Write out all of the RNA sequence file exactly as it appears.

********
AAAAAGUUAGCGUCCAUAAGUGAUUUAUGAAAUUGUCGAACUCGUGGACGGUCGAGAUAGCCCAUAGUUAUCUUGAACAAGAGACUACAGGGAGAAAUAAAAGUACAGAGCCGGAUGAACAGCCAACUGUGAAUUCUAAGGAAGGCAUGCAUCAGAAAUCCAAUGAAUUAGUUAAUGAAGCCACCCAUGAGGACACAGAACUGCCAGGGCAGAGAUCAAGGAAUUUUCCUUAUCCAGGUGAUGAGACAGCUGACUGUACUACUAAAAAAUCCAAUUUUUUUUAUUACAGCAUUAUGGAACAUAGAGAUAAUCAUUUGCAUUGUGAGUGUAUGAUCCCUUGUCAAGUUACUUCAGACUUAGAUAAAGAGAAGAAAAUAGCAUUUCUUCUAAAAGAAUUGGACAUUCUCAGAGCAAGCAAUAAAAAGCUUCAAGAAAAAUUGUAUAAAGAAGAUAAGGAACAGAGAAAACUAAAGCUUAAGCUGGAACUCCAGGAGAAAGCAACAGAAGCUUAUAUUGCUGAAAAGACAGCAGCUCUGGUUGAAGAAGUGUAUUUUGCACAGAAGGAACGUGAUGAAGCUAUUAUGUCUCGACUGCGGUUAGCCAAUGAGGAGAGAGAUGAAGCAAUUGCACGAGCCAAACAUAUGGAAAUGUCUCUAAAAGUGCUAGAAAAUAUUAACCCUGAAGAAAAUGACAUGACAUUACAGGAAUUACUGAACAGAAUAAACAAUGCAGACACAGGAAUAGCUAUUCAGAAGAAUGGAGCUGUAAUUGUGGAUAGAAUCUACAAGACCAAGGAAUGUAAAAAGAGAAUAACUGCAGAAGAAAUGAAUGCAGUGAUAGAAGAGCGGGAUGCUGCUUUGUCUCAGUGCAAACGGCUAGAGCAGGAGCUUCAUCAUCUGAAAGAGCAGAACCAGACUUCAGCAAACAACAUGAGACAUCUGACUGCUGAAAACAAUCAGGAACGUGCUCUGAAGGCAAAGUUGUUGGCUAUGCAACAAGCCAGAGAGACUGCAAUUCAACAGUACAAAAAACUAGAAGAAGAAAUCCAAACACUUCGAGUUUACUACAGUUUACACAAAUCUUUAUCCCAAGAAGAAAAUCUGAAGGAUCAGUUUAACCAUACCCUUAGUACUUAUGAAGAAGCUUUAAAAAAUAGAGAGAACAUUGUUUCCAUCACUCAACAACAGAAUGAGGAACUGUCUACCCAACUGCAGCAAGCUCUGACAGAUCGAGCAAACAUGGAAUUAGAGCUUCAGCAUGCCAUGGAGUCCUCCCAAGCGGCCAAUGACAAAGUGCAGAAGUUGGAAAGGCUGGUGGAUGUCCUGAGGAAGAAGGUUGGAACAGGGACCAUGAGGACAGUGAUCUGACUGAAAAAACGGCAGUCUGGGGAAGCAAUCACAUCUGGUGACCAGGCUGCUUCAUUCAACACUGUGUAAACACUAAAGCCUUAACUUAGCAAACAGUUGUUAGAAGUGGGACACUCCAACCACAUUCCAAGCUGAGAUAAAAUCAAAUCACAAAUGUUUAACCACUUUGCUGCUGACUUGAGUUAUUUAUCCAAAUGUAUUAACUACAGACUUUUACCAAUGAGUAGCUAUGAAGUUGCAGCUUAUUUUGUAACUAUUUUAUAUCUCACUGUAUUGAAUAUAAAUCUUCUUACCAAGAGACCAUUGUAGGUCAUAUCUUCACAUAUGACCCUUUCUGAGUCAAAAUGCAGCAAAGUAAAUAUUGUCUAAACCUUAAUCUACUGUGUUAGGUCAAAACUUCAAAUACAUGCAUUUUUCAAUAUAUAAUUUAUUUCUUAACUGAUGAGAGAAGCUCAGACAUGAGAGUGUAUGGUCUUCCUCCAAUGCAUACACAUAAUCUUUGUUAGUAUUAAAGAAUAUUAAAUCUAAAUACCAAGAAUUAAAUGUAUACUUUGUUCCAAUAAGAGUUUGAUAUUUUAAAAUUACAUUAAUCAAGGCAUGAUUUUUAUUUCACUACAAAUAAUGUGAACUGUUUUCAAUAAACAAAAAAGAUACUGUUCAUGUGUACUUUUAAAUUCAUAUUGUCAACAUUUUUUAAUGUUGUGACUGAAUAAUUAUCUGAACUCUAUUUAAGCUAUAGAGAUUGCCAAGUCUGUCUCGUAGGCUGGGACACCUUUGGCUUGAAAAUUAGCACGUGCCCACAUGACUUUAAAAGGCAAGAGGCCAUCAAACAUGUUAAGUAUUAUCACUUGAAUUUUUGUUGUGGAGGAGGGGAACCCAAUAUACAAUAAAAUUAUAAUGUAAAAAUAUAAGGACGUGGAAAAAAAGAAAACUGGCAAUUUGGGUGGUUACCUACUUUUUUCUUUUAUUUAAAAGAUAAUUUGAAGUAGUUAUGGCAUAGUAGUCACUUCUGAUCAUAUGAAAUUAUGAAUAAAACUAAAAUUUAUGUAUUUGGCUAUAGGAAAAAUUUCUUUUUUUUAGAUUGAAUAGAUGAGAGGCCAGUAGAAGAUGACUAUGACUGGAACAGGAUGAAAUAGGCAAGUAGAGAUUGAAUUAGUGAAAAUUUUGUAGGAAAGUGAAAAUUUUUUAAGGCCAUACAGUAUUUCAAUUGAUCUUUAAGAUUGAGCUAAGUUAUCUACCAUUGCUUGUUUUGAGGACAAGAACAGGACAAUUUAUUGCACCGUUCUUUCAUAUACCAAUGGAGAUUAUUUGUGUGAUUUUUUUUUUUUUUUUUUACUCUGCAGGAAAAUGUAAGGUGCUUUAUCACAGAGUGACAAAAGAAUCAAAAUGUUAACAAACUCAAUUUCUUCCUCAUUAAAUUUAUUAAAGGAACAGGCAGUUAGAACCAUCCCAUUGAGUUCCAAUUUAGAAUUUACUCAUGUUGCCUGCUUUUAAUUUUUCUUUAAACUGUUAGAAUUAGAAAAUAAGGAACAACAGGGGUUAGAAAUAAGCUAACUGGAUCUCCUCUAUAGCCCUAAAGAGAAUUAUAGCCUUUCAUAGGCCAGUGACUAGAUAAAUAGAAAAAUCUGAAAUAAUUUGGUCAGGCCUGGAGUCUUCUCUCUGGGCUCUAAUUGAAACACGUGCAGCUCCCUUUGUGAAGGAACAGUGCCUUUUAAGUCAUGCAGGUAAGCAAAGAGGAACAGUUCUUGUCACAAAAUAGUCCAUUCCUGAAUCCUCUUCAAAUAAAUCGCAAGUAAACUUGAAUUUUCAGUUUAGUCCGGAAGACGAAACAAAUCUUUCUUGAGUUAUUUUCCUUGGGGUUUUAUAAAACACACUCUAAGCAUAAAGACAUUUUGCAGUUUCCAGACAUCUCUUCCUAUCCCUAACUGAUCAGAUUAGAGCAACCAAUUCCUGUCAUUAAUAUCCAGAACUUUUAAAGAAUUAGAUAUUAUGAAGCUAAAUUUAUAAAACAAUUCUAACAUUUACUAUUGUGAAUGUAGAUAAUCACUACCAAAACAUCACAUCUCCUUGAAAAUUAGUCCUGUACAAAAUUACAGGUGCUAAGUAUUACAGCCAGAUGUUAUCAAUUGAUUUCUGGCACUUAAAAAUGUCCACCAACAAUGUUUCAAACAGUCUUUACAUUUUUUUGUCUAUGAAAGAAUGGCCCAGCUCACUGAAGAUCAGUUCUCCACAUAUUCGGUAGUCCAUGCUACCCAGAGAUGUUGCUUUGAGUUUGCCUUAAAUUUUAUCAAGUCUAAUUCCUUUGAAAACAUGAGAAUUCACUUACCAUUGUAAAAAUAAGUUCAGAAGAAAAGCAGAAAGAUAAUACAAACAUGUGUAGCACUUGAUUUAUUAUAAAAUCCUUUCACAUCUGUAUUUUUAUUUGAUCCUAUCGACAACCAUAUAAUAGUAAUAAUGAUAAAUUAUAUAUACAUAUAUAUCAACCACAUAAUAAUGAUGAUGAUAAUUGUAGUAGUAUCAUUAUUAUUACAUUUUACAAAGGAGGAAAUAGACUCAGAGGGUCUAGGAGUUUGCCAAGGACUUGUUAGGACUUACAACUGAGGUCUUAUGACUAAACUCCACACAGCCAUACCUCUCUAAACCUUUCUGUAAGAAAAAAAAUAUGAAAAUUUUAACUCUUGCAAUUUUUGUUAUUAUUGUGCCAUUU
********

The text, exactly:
AAAAAGUUAGCGUCCAUAAGUGAUUUAUGAAAUUGUCGAACUCGUGGACGGUCGAGAUAGCCCAUAGUUAUCUUGAACAAGAGACUACAGGGAGAAAUAAAAGUACAGAGCCGGAUGAACAGCCAACUGUGAAUUCUAAGGAAGGCAUGCAUCAGAAAUCCAAUGAAUUAGUUAAUGAAGCCACCCAUGAGGACACAGAACUGCCAGGGCAGAGAUCAAGGAAUUUUCCUUAUCCAGGUGAUGAGACAGCUGACUGUACUACUAAAAAAUCCAAUUUUUUUUAUUACAGCAUUAUGGAACAUAGAGAUAAUCAUUUGCAUUGUGAGUGUAUGAUCCCUUGUCAAGUUACUUCAGACUUAGAUAAAGAGAAGAAAAUAGCAUUUCUUCUAAAAGAAUUGGACAUUCUCAGAGCAAGCAAUAAAAAGCUUCAAGAAAAAUUGUAUAAAGAAGAUAAGGAACAGAGAAAACUAAAGCUUAAGCUGGAACUCCAGGAGAAAGCAACAGAAGCUUAUAUUGCUGAAAAGACAGCAGCUCUGGUUGAAGAAGUGUAUUUUGCACAGAAGGAACGUGAUGAAGCUAUUAUGUCUCGACUGCGGUUAGCCAAUGAGGAGAGAGAUGAAGCAAUUGCACGAGCCAAACAUAUGGAAAUGUCUCUAAAAGUGCUAGAAAAUAUUAACCCUGAAGAAAAUGACAUGACAUUACAGGAAUUACUGAACAGAAUAAACAAUGCAGACACAGGAAUAGCUAUUCAGAAGAAUGGAGCUGUAAUUGUGGAUAGAAUCUACAAGACCAAGGAAUGUAAAAAGAGAAUAACUGCAGAAGAAAUGAAUGCAGUGAUAGAAGAGCGGGAUGCUGCUUUGUCUCAGUGCAAACGGCUAGAGCAGGAGCUUCAUCAUCUGAAAGAGCAGAACCAGACUUCAGCAAACAACAUGAGACAUCUGACUGCUGAAAACAAUCAGGAACGUGCUCUGAAGGCAAAGUUGUUGGCUAUGCAACAAGCCAGAGAGACUGCAAUUCAACAGUACAAAAAACUAGAAGAAGAAAUCCAAACACUUCGAGUUUACUACAGUUUACACAAAUCUUUAUCCCAAGAAGAAAAUCUGAAGGAUCAGUUUAACCAUACCCUUAGUACUUAUGAAGAAGCUUUAAAAAAUAGAGAGAACAUUGUUUCCAUCACUCAACAACAGAAUGAGGAACUGUCUACCCAACUGCAGCAAGCUCUGACAGAUCGAGCAAACAUGGAAUUAGAGCUUCAGCAUGCCAUGGAGUCCUCCCAAGCGGCCAAUGACAAAGUGCAGAAGUUGGAAAGGCUGGUGGAUGUCCUGAGGAAGAAGGUUGGAACAGGGACCAUGAGGACAGUGAUCUGACUGAAAAAACGGCAGUCUGGGGAAGCAAUCACAUCUGGUGACCAGGCUGCUUCAUUCAACACUGUGUAAACACUAAAGCCUUAACUUAGCAAACAGUUGUUAGAAGUGGGACACUCCAACCACAUUCCAAGCUGAGAUAAAAUCAAAUCACAAAUGUUUAACCACUUUGCUGCUGACUUGAGUUAUUUAUCCAAAUGUAUUAACUACAGACUUUUACCAAUGAGUAGCUAUGAAGUUGCAGCUUAUUUUGUAACUAUUUUAUAUCUCACUGUAUUGAAUAUAAAUCUUCUUACCAAGAGACCAUUGUAGGUCAUAUCUUCACAUAUGACCCUUUCUGAGUCAAAAUGCAGCAAAGUAAAUAUUGUCUAAACCUUAAUCUACUGUGUUAGGUCAAAACUUCAAAUACAUGCAUUUUUCAAUAUAUAAUUUAUUUCUUAACUGAUGAGAGAAGCUCAGACAUGAGAGUGUAUGGUCUUCCUCCAAUGCAUACACAUAAUCUUUGUUAGUAUUAAAGAAUAUUAAAUCUAAAUACCAAGAAUUAAAUGUAUACUUUGUUCCAAUAAGAGUUUGAUAUUUUAAAAUUACAUUAAUCAAGGCAUGAUUUUUAUUUCACUACAAAUAAUGUGAACUGUUUUCAAUAAACAAAAAAGAUACUGUUCAUGUGUACUUUUAAAUUCAUAUUGUCAACAUUUUUUAAUGUUGUGACUGAAUAAUUAUCUGAACUCUAUUUAAGCUAUAGAGAUUGCCAAGUCUGUCUCGUAGGCUGGGACACCUUUGGCUUGAAAAUUAGCACGUGCCCACAUGACUUUAAAAGGCAAGAGGCCAUCAAACAUGUUAAGUAUUAUCACUUGAAUUUUUGUUGUGGAGGAGGGGAACCCAAUAUACAAUAAAAUUAUAAUGUAAAAAUAUAAGGACGUGGAAAAAAAGAAAACUGGCAAUUUGGGUGGUUACCUACUUUUUUCUUUUAUUUAAAAGAUAAUUUGAAGUAGUUAUGGCAUAGUAGUCACUUCUGAUCAUAUGAAAUUAUGAAUAAAACUAAAAUUUAUGUAUUUGGCUAUAGGAAAAAUUUCUUUUUUUUAGAUUGAAUAGAUGAGAGGCCAGUAGAAGAUGACUAUGACUGGAACAGGAUGAAAUAGGCAAGUAGAGAUUGAAUUAGUGAAAAUUUUGUAGGAAAGUGAAAAUUUUUUAAGGCCAUACAGUAUUUCAAUUGAUCUUUAAGAUUGAGCUAAGUUAUCUACCAUUGCUUGUUUUGAGGACAAGAACAGGACAAUUUAUUGCACCGUUCUUUCAUAUACCAAUGGAGAUUAUUUGUGUGAUUUUUUUUUUUUUUUUUUACUCUGCAGGAAAAUGUAAGGUGCUUUAUCACAGAGUGACAAAAGAAUCAAAAUGUUAACAAACUCAAUUUCUUCCUCAUUAAAUUUAUUAAAGGAACAGGCAGUUAGAACCAUCCCAUUGAGUUCCAAUUUAGAAUUUACUCAUGUUGCCUGCUUUUAAUUUUUCUUUAAACUGUUAGAAUUAGAAAAUAAGGAACAACAGGGGUUAGAAAUAAGCUAACUGGAUCUCCUCUAUAGCCCUAAAGAGAAUUAUAGCCUUUCAUAGGCCAGUGACUAGAUAAAUAGAAAAAUCUGAAAUAAUUUGGUCAGGCCUGGAGUCUUCUCUCUGGGCUCUAAUUGAAACACGUGCAGCUCCCUUUGUGAAGGAACAGUGCCUUUUAAGUCAUGCAGGUAAGCAAAGAGGAACAGUUCUUGUCACAAAAUAGUCCAUUCCUGAAUCCUCUUCAAAUAAAUCGCAAGUAAACUUGAAUUUUCAGUUUAGUCCGGAAGACGAAACAAAUCUUUCUUGAGUUAUUUUCCUUGGGGUUUUAUAAAACACACUCUAAGCAUAAAGACAUUUUGCAGUUUCCAGACAUCUCUUCCUAUCCCUAACUGAUCAGAUUAGAGCAACCAAUUCCUGUCAUUAAUAUCCAGAACUUUUAAAGAAUUAGAUAUUAUGAAGCUAAAUUUAUAAAACAAUUCUAACAUUUACUAUUGUGAAUGUAGAUAAUCACUACCAAAACAUCACAUCUCCUUGAAAAUUAGUCCUGUACAAAAUUACAGGUGCUAAGUAUUACAGCCAGAUGUUAUCAAUUGAUUUCUGGCACUUAAAAAUGUCCACCAACAAUGUUUCAAACAGUCUUUACAUUUUUUUGUCUAUGAAAGAAUGGCCCAGCUCACUGAAGAUCAGUUCUCCACAUAUUCGGUAGUCCAUGCUACCCAGAGAUGUUGCUUUGAGUUUGCCUUAAAUUUUAUCAAGUCUAAUUCCUUUGAAAACAUGAGAAUUCACUUACCAUUGUAAAAAUAAGUUCAGAAGAAAAGCAGAAAGAUAAUACAAACAUGUGUAGCACUUGAUUUAUUAUAAAAUCCUUUCACAUCUGUAUUUUUAUUUGAUCCUAUCGACAACCAUAUAAUAGUAAUAAUGAUAAAUUAUAUAUACAUAUAUAUCAACCACAUAAUAAUGAUGAUGAUAAUUGUAGUAGUAUCAUUAUUAUUACAUUUUACAAAGGAGGAAAUAGACUCAGAGGGUCUAGGAGUUUGCCAAGGACUUGUUAGGACUUACAACUGAGGUCUUAUGACUAAACUCCACACAGCCAUACCUCUCUAAACCUUUCUGUAAGAAAAAAAAUAUGAAAAUUUUAACUCUUGCAAUUUUUGUUAUUAUUGUGCCAUUU